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"Skyslide" off the side of the tallest skyscraper in the West

Since 1989, the 1,018-foot tall U.S. Bank Tower has held the title of tallest skyscraper west of Chicago. And now, it's got a new feature attached to its side - a 45-foot-long slide nearly 1,000 feet above downtown Los Angeles.

Attached to the outside of the 70th floor of the skyscraper, the Skyslide drops you down to the 69th floor for 33 bucks. It's just one example of a high-rise construction boom in the West, reports CBS News correspondent Carter Evans.

John Gamboa is senior vice president of OUE America, the Singapore-based real estate firm that bought the tower three years ago for $367 million.

"The slide is something fresh and never been done before," Gamboa said.

"This is an attraction to get people up to the top of this building?" Carter asked.

"Absolutely," Gamboa said. "Not everyone was on the same page when we came up with the idea for the slide... They said, 'excuse me?'"

But the disbelief soon turned into reality. Now, the Skyslide is ready to open to the public this weekend.

The process started back in March when a Sikorsky helicopter - usually used for fighting wildfires - hoisted the five-ton slide onto the building's rooftop.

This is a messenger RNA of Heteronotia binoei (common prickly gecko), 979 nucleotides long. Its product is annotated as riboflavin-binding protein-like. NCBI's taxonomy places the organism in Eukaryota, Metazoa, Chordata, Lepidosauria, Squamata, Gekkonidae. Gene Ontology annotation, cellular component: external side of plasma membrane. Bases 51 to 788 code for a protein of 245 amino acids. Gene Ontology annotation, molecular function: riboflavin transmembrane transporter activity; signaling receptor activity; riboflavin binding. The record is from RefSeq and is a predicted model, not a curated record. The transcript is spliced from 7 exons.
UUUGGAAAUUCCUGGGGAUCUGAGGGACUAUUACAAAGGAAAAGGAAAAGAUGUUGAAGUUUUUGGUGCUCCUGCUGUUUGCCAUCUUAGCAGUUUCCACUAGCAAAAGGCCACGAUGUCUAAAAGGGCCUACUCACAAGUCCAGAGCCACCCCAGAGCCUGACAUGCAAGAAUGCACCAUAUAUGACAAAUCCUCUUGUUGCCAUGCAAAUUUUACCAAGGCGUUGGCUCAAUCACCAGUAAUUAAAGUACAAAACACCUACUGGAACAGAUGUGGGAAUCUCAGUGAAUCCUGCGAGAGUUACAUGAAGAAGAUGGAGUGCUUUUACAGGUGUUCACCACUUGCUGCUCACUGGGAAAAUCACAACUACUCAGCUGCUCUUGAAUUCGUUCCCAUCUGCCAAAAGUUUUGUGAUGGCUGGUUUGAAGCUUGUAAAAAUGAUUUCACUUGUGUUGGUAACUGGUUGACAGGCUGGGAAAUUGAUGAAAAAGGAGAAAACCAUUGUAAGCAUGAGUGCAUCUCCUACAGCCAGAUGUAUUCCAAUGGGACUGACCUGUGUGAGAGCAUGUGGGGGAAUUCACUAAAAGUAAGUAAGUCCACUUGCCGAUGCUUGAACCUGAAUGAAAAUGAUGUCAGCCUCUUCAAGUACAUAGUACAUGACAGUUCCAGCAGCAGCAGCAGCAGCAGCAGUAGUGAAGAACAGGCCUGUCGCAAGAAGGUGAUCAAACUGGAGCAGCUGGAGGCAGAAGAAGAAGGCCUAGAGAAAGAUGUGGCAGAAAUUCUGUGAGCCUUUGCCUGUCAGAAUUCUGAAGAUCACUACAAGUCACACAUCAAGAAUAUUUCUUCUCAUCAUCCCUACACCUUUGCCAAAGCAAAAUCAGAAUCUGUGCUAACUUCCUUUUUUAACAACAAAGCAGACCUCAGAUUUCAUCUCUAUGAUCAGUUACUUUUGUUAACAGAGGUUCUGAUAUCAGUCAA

This week, the chopper's overhead captured images of the final test runs before the big grand opening. The slide is just one part of an estimated $100 million top-to-bottom renovation of the building.

"When we bought it, (it) was tired, it was old, so we've done a lot to make sure the iconic is still iconic," said OUE America President and CEO Lucy Rumantir.

It's not the only skyscraper in L.A. reaching new heights. Just blocks away, the $1.2 billion Wilshire Grand Tower is less than a year away from completion.

Chris Martin's architecture firm designed the Wilshire Grand which, when finished, will soar 1,100 feet in the sky, taking the title of tallest on the West Coast.

"Really what it gets us in the end is the opportunity for the public to come down here and say, 'I want to go to the top!'" Martin said.

San Francisco is also in on the race to the top, building the 1,070-foot-tall Salesforce Tower to cap its new mass transit hub.

Further north, developers in Seattle have submitted plans for a structure called Four-C, estimated at 100 stories or 1,029 feet.

"I think the economy's very good for construction right now and you're seeing a lot of foreign investment coming into areas like Los Angeles and Seattle and northern California," said Brendan Murphy, vice president of Turner Construction. "And it's just creating a lot of great opportunities to build really iconic buildings like Wilshire Grand."

Back at the Skyslide, they admit they will soon lose the tallest-in-the-West designation, but they're letting that slide.

"You can only achieve something different if you dare to do something big," Rumantir said.

And it's not hard to see they've definitely done something different with their ride over the rooftops of downtown Los Angeles. And for the squeamish out there, they say the slide can withstand an 8.0 earthquake and 110-mile-per-hour hurricane force winds.

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